As a student in Bath for four years, I was always enticed by Mr B's Emporium of Reading Delights, an award-winning independent bookshop full of unusual treats. At the same time, as much as I love spending a large amount of every day with Venezuelan literature, I've found myself really missing books from other countries. So when my boyfriend asked what I'd like for Christmas, I immediately suggested Mr B's Reading Year. Due to moving house and other distractions, I have only just started my Reading Year, but it is well worth the wait.
The Reading Year is the ultimate gift for book lovers. The package begins with a session with a bibliotherapist (what an amazing job title!) to establish your reading tastes over a nice cup of tea. What do you like to read, and why, where and when? I found it quite challenging at times to actually formulate why I like the books I do - and remembering books that aren't obscure Venezuelan fiction! - but my therapist Becky was great at suggesting different aspects of books that might appeal to me, leaving me confident that by the end she understood my reading tastes better than I did. She also asked about my Mastermind specialist subject, my guilty pleasures, and favourite place in the world, to ensure that the books I receive will be tailored to my tastes. Which brings me to the best bit: armed with my literary likes and dislikes, Mr B's will send me a book at the start of each month for the next year (except January, when readers are expected to be too busy enjoying their Christmas presents).
It's the attention to detail that Mr B's put in to their deliveries that really turns the arrival of each book into an occasion. When the first book arrived, wrapped in brown paper, tied with string and sealed with wax, I was more excited than a kid at Christmas. Attached to the outside of the package is a note detailing why that particularly book has been chosen, without revealing its name, which only heightens the excitement. As Becky has since left to pursue her own writing, my bibliotherapist is now Mr B himself, so I feel like I'm in particularly safe hands. He mentioned in his note that he doesn't usually recommend this as a first book as the cover 'is just too awful', which made me extremely eager to see what it was. I instantly loved the bright, Dada-esque design. I know they say don't judge a book by its cover, but this one gave me very high hopes.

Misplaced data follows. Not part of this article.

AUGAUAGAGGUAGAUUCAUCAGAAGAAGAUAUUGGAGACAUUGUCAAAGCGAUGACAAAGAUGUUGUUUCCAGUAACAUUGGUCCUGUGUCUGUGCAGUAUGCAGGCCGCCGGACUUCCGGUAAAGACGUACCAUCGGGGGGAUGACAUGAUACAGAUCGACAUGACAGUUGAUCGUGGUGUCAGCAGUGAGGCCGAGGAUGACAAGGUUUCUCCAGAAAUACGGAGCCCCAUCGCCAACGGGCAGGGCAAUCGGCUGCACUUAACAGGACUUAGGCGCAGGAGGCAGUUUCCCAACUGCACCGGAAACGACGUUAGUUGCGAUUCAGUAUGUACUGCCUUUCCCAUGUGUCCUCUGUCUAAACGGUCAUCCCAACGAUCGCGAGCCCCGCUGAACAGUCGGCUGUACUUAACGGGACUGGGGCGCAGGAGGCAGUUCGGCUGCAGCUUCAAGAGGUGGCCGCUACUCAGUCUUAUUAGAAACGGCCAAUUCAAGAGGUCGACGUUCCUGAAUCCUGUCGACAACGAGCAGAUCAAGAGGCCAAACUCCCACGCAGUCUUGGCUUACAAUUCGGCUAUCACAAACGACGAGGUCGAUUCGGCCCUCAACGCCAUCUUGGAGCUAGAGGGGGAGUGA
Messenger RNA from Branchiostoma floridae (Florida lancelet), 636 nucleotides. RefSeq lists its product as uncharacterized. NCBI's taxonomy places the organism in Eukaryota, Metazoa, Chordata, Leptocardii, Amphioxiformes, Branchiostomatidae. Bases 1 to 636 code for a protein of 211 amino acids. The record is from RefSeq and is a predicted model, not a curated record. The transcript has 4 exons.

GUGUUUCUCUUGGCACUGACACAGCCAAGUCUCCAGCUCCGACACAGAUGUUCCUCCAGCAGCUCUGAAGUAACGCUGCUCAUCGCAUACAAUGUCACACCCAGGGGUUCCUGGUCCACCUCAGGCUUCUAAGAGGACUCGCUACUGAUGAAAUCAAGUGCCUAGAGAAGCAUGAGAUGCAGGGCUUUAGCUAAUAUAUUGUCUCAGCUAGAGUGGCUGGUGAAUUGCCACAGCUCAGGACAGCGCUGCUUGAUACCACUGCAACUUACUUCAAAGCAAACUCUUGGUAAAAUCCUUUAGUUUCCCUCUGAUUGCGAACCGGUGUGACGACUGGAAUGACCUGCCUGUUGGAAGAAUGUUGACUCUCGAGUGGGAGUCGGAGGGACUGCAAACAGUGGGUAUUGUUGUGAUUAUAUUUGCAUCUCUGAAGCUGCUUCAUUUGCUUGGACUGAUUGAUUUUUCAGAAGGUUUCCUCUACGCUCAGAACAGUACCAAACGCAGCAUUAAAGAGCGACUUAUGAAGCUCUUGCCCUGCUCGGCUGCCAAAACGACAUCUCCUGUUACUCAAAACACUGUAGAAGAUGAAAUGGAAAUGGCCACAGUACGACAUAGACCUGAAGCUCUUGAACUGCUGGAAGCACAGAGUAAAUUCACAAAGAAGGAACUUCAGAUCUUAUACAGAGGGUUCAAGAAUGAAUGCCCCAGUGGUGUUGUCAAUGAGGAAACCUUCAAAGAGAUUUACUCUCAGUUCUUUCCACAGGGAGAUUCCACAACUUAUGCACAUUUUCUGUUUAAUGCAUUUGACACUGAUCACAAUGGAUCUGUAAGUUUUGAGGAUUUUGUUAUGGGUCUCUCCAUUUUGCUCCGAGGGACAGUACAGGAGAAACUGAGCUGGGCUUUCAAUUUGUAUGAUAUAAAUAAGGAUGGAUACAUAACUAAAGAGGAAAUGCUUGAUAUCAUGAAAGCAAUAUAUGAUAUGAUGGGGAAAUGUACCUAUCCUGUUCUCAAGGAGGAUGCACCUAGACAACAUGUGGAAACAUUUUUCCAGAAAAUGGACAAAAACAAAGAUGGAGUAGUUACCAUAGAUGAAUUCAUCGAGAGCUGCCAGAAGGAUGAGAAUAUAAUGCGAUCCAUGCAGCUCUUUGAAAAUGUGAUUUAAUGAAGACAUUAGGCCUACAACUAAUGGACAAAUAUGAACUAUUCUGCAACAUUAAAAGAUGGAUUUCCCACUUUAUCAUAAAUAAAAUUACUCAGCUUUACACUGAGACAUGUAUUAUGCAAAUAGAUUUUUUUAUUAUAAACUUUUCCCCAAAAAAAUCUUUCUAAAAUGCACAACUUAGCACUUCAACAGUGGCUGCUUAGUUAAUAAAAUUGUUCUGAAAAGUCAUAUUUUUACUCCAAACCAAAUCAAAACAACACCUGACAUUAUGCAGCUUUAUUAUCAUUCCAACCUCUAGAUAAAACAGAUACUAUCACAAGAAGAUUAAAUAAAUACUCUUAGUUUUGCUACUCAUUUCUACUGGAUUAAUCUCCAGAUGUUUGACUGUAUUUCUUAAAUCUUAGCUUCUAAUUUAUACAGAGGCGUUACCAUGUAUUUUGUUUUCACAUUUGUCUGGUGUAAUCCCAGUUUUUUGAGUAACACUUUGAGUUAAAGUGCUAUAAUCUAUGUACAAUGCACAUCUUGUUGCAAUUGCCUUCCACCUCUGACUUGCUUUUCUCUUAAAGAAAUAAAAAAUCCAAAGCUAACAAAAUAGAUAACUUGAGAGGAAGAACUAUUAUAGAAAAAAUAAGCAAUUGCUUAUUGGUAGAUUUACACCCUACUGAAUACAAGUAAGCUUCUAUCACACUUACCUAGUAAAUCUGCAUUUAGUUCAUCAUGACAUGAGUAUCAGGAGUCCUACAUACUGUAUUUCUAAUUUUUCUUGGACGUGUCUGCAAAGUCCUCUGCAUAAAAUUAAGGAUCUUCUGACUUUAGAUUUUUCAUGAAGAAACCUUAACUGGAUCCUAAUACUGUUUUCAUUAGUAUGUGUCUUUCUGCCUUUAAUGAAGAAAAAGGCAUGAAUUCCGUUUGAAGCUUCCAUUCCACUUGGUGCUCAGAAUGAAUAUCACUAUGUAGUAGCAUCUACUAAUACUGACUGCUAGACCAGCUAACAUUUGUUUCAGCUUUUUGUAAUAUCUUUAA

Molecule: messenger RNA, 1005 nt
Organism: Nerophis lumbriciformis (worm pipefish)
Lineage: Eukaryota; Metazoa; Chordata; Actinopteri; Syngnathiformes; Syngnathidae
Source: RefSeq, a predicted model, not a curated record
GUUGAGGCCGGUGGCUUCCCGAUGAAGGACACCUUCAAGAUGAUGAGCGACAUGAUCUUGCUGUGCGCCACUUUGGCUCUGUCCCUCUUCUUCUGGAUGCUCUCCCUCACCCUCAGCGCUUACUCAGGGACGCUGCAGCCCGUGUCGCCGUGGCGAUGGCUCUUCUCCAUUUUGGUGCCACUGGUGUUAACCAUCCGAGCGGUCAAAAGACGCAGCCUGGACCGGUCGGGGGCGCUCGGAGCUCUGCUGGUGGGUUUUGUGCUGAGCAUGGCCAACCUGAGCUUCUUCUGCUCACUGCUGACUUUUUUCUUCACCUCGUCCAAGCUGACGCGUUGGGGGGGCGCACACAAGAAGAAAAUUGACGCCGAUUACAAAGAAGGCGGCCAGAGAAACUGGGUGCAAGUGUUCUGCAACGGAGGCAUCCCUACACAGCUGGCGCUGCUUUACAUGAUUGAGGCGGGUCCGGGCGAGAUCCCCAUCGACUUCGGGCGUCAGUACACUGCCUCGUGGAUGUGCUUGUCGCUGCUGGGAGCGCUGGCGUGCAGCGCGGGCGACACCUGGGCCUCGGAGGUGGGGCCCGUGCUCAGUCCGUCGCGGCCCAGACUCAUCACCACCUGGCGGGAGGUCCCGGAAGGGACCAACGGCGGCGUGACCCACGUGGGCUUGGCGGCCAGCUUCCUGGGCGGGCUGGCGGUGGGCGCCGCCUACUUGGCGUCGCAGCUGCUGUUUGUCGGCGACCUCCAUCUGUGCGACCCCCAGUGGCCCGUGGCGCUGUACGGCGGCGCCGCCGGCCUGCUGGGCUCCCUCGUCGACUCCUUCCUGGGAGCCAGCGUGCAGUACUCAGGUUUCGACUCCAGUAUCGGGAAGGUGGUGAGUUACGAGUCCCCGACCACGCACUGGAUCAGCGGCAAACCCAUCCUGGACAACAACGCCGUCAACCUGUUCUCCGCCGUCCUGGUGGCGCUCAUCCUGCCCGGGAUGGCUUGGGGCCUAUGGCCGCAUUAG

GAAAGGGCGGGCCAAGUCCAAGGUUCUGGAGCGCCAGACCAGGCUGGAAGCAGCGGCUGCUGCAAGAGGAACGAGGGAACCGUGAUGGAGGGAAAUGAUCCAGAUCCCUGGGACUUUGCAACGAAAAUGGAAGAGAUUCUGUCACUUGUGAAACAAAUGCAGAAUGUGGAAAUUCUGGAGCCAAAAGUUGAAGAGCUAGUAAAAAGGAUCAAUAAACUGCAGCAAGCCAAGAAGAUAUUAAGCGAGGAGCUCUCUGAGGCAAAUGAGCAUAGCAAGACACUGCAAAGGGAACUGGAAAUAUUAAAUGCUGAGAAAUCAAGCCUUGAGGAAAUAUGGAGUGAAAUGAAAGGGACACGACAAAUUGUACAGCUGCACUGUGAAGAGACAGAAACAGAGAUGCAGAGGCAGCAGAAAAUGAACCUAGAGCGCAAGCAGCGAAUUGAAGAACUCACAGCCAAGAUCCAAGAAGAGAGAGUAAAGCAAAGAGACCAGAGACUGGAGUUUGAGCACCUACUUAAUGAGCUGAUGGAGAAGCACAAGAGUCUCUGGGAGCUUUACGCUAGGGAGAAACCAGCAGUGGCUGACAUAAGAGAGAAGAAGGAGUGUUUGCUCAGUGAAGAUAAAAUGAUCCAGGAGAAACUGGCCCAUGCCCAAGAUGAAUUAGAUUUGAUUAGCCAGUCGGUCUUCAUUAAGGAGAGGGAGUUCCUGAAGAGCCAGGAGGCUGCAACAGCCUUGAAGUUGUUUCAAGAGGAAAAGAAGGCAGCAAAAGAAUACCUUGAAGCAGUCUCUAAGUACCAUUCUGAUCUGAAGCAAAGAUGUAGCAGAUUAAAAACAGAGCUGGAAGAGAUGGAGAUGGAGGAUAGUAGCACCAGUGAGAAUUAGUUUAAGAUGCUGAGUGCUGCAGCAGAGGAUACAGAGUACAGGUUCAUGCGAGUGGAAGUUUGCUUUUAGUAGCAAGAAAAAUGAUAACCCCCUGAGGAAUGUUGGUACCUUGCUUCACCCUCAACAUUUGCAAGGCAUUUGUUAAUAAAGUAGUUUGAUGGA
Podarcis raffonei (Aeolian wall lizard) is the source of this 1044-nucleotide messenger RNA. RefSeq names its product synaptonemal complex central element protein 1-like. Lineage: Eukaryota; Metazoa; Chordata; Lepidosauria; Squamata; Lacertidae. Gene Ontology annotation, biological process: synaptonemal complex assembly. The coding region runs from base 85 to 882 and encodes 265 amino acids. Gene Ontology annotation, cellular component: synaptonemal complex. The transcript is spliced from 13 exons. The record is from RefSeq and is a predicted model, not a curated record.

My first book, then, is The Howling Miller by Arto Paasilinna. While the original Finnish version was written in 1981, it was only translated into English in 2007 and so remains relatively unknown here. It is the story of a misunderstood miller, Gunnar Huttunen, who enjoys howling like a wolf and has occasional violent outbursts. It's a short novel with simple, straight-forward and unemotional language, yet the story of Gunnar facing the hypocrisy of a small-town who villainize this outsider while ignoring their own failings is oddly moving. I found myself really routing for Gunnar, which meant I sped through the book to discover how he fared. Having very little knowledge about Finland, I also enjoyed learning snippets about the country through the novel, from its involvement in WWII to some of its rural geography, and even the spelling of words (many place names looked Japanese to me).
I can't wait to see what my next book is!
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